Dividend Yield

Dividend Yield, what is it

The dividend yield is to put it simply the ratio of what a company pays out per year as a dividend against the share price.

A company’s dividend yield is shown as a percentage. If we wish to calculate the dividend yield it is very easy to do so. I shall give a couple of examples below.

TickerShare PriceAnnual DividendDividend Yield

At the time of writing the above share prices are correct although that is not really relevant.

If we use Realty Income ticker ‘O’, one of my favorite dividend-paying stocks. They also happen to now be a Dividend Aristocrat meaning they have raised their dividend each and every year for 25 years straight!

Let us take their annualized dividend of $2.8 per share ( they also happen to pay their dividend monthly – but we need the annualized amount to calculate the dividend yield).

With this $2.8 we then divide by the current share price of $47.

2.8/47 = 0.059 Is the result, we must then multiply this by 100 so it can be read as a percentage. 0.059×100 = 5.9%

Share price and current annualized dividend found HERE. The dividend yield is also shown to confirm we have the correct formula to work out the yield.

Dividend Yield does it matter

Yes and no.

Many things to come into play but the fact that the yield is tied to the share price means it can fluctuate wildly from day to day with certain stocks. Not so much with larger more stable companies – unless a Stock Market Crash is going on like now.

To settle your mind in relation to the stock market crash, I have just finished reading A History of the United States in Five Crashes: Stock Market Meltdowns That Defined a Nation . It seems more relevant than ever, going in-depth on how and why the major crashes of the past happened.

As share prices have fallen around 20% on average over the last couple of weeks, this has sent dividend yields through the roof.

Most Dividend Aristocrats and Kings will not have an issue with this. They will continue to pay the dividend as usual. However, companies who are struggling may suspend or cut the dividend back to increase cash flow.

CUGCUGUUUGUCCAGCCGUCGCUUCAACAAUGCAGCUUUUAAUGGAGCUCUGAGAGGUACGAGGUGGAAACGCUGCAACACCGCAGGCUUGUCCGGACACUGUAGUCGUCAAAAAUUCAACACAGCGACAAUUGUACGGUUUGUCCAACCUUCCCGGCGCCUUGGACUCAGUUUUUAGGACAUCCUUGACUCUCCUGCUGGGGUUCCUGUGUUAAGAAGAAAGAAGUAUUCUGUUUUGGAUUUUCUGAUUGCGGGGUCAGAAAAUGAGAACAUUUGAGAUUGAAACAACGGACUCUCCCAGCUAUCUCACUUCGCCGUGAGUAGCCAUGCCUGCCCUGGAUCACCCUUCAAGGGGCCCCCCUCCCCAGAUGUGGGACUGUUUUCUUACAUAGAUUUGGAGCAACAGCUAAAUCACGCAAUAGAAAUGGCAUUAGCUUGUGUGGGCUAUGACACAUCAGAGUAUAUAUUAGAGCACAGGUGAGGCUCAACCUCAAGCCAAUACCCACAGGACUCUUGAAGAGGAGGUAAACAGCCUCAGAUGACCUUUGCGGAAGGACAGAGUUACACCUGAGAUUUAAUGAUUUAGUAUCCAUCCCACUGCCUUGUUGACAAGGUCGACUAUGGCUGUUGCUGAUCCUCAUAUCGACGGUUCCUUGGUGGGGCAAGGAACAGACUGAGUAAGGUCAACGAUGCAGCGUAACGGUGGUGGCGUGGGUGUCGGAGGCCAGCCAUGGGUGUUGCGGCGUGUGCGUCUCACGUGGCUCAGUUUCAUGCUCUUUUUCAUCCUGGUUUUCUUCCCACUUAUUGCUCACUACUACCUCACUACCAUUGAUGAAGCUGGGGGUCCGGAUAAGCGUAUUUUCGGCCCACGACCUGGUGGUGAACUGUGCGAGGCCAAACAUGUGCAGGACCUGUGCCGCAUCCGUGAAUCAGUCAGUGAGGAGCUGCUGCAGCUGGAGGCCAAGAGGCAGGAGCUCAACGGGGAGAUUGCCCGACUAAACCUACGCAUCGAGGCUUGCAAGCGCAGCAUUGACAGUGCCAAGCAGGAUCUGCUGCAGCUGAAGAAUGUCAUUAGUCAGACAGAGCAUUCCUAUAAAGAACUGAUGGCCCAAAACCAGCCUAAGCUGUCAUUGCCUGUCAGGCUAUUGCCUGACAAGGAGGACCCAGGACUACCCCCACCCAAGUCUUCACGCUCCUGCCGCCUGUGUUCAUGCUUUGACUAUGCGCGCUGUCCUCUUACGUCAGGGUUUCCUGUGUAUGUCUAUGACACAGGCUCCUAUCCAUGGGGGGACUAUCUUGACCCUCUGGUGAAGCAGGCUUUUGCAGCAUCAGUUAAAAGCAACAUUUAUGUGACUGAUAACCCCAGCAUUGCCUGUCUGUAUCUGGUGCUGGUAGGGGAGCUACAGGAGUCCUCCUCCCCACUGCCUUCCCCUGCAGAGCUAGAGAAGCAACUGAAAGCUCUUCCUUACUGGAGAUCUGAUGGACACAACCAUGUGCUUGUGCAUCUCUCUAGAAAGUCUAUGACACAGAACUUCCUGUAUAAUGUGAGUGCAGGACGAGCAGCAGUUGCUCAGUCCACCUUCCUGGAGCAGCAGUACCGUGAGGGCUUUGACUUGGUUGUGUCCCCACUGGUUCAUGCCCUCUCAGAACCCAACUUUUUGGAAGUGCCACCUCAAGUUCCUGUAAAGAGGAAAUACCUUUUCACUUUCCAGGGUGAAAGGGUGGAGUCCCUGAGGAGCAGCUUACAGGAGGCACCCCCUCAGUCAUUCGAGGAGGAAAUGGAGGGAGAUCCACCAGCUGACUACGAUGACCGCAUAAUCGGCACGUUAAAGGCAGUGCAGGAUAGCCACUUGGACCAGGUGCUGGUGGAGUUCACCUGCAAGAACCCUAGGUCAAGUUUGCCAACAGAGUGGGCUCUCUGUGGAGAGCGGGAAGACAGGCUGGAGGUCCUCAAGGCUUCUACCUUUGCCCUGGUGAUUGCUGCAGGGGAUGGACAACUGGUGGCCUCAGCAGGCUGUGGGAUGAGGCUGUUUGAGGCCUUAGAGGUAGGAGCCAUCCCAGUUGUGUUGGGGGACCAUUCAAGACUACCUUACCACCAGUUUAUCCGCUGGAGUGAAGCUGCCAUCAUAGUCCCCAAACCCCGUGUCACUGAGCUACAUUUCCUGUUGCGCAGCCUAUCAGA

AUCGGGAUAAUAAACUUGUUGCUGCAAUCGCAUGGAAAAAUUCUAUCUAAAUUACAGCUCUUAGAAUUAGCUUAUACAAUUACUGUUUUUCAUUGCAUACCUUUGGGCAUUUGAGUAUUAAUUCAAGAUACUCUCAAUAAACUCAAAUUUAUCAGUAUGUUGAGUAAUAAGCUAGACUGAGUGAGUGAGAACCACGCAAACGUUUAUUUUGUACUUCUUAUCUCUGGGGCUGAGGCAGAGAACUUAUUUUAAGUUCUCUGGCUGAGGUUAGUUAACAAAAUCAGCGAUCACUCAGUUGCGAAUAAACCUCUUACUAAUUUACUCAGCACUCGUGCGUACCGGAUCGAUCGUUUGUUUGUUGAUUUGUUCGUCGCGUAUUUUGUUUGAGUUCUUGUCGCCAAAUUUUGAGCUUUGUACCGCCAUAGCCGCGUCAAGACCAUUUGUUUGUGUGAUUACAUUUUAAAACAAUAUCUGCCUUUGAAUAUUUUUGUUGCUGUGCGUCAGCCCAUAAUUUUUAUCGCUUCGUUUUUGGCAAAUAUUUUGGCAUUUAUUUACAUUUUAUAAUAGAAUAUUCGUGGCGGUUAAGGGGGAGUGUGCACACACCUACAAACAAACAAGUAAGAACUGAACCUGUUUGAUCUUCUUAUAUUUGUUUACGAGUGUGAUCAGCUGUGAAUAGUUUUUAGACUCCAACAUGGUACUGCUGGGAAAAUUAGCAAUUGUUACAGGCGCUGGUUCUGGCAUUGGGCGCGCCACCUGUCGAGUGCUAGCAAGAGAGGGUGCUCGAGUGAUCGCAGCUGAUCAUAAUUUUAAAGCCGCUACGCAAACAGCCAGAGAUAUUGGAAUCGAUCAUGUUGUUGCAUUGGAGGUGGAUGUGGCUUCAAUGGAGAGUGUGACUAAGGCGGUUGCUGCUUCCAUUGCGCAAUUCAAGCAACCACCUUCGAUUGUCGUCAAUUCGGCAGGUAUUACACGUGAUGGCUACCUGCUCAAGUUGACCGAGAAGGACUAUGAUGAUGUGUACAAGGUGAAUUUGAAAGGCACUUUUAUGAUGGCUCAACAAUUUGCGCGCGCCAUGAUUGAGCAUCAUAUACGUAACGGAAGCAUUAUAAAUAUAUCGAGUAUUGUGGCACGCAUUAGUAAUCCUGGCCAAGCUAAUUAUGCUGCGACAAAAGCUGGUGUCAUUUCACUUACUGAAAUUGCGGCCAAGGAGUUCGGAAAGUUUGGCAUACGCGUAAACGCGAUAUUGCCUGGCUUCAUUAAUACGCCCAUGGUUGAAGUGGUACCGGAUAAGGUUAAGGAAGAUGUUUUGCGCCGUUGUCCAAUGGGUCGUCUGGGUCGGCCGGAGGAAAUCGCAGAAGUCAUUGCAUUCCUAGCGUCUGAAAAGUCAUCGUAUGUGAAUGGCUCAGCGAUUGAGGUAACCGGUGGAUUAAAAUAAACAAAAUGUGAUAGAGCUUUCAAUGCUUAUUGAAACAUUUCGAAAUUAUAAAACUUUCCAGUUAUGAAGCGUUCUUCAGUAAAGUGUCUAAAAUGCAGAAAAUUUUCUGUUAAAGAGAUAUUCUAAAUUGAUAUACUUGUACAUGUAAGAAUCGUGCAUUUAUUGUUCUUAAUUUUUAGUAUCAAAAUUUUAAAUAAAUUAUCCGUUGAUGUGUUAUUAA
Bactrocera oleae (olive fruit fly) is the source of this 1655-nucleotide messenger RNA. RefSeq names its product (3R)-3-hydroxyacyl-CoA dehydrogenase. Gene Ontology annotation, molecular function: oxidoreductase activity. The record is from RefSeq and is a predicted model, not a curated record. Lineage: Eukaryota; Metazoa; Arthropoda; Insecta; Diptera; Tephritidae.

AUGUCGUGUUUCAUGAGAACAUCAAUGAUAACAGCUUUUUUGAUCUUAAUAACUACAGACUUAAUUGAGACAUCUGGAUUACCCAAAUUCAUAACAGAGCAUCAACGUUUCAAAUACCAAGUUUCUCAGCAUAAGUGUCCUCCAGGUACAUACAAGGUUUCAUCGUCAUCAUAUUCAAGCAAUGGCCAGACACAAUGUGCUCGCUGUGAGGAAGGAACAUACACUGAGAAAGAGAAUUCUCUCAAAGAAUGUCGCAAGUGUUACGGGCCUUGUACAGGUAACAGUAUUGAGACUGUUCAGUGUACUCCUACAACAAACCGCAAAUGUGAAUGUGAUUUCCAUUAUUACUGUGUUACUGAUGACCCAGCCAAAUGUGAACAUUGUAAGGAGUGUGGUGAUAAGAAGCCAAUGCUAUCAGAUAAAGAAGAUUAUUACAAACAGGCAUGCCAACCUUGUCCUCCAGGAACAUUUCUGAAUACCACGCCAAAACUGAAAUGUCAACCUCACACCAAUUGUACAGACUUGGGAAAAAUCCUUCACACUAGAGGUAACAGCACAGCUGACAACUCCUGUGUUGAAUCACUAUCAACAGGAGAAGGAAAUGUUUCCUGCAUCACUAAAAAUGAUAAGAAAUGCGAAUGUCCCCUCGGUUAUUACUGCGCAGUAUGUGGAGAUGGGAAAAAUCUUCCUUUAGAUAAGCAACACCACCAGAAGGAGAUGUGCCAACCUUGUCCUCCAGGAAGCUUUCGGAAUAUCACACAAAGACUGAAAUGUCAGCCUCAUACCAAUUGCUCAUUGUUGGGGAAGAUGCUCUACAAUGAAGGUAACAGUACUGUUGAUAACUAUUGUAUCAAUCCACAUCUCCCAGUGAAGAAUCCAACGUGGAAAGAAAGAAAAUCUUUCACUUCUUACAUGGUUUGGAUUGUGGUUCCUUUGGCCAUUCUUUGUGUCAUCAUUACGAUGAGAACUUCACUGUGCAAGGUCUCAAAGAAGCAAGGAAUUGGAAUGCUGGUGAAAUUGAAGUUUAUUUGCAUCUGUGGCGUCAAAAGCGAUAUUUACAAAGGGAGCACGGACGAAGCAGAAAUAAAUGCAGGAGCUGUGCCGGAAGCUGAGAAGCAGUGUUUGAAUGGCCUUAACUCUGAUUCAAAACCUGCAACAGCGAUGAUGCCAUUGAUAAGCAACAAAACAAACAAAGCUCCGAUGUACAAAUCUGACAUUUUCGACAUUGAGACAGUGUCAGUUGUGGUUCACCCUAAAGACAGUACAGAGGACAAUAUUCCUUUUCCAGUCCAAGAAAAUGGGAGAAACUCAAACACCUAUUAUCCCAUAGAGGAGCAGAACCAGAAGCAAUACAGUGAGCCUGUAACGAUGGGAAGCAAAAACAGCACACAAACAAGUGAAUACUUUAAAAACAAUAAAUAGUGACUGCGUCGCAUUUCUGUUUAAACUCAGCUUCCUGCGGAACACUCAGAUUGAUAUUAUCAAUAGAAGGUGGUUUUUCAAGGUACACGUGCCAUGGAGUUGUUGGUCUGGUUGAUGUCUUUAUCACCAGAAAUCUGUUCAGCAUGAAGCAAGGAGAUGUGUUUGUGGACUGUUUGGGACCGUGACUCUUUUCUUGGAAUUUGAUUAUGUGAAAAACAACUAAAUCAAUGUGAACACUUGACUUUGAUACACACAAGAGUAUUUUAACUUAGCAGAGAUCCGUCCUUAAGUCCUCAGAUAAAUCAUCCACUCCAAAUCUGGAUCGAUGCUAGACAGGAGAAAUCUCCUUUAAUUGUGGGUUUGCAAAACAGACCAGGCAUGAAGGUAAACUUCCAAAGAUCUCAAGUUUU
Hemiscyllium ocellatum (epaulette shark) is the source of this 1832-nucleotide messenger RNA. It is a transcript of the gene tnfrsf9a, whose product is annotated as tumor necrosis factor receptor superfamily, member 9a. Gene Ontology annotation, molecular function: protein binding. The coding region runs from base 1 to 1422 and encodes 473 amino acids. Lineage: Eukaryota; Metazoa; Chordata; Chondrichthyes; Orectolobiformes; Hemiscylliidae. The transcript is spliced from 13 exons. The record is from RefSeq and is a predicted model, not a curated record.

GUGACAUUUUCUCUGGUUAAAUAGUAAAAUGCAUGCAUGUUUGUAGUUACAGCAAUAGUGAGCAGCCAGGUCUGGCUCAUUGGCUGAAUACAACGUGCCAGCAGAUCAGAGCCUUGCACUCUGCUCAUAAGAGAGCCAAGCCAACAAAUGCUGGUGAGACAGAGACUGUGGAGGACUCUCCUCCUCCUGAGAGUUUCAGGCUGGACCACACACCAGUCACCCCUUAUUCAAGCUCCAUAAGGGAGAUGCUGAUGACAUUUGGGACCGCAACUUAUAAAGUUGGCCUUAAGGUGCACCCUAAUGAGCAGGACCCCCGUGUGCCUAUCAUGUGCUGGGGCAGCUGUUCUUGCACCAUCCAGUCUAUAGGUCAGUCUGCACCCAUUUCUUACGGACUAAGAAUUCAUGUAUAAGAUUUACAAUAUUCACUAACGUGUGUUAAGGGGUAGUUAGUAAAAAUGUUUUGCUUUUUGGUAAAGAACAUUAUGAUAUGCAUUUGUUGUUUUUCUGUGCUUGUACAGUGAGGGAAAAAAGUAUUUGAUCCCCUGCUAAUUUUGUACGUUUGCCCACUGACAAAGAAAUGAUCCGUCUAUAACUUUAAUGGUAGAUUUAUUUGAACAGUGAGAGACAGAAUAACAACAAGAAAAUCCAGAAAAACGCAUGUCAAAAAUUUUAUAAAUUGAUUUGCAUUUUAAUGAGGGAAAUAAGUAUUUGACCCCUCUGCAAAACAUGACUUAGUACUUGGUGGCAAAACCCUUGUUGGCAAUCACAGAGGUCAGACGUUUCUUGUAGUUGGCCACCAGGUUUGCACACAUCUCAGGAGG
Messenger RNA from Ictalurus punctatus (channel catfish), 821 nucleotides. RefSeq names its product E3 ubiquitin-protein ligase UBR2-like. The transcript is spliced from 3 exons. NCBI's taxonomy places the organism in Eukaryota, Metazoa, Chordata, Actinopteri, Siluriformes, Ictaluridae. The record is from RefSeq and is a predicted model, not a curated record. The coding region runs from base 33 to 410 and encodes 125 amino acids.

Ford has just announced they are suspending their dividend. They have been struggling for a while and already had a pretty high dividend yield to begin with. Now the stock price has fallen to around just $4 per share from around 8-9$ per share before the stock market crash. It is no surprise they had to do something, if they survive this they will likely bring the dividend back. This is rare especially for such a well known large company though.

A good majority will continue to pay their dividend. Meaning we can keep collecting them and re-invest in more shares at a lower price if we so desire while the market is down.

Dividends matter

While the yield is good to know along with how long they have been paying a dividend, have they been growing the dividend, p/e ratio earning etc.. You should never open a position in the stock market by just looking at the yield, one must take the whole picture into consideration.

Dividends matter. Evidence suggests that dividend paying stocks have accounted for a lot of the growth in the S&P 500 over the years. This makes sense as most investors are taking their dividends and buying more shares rather than taking it as cash. Doing this will compound over time allowing investors to buy more and more shares every time a dividend is paid, even if they do not directly deposit any more capital and buy shares that way.

Pretty much the only negative to most dividend stocks is they will not normally see any explosive growth and instead will just increase gradually over time.

Most dividends are paid quarterly in the US whilst a lot of UK companies pay theirs twice a year. It’s a fairly even split in my portfolio on the UK side between quarterly and bi-annually.

A small difference but quarterly is always best and you can re-invest and get that money working for you sooner.

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None of the above is financial advice, I am just sharing my experiences.


Sean C

2 thoughts on “Dividend Yield”

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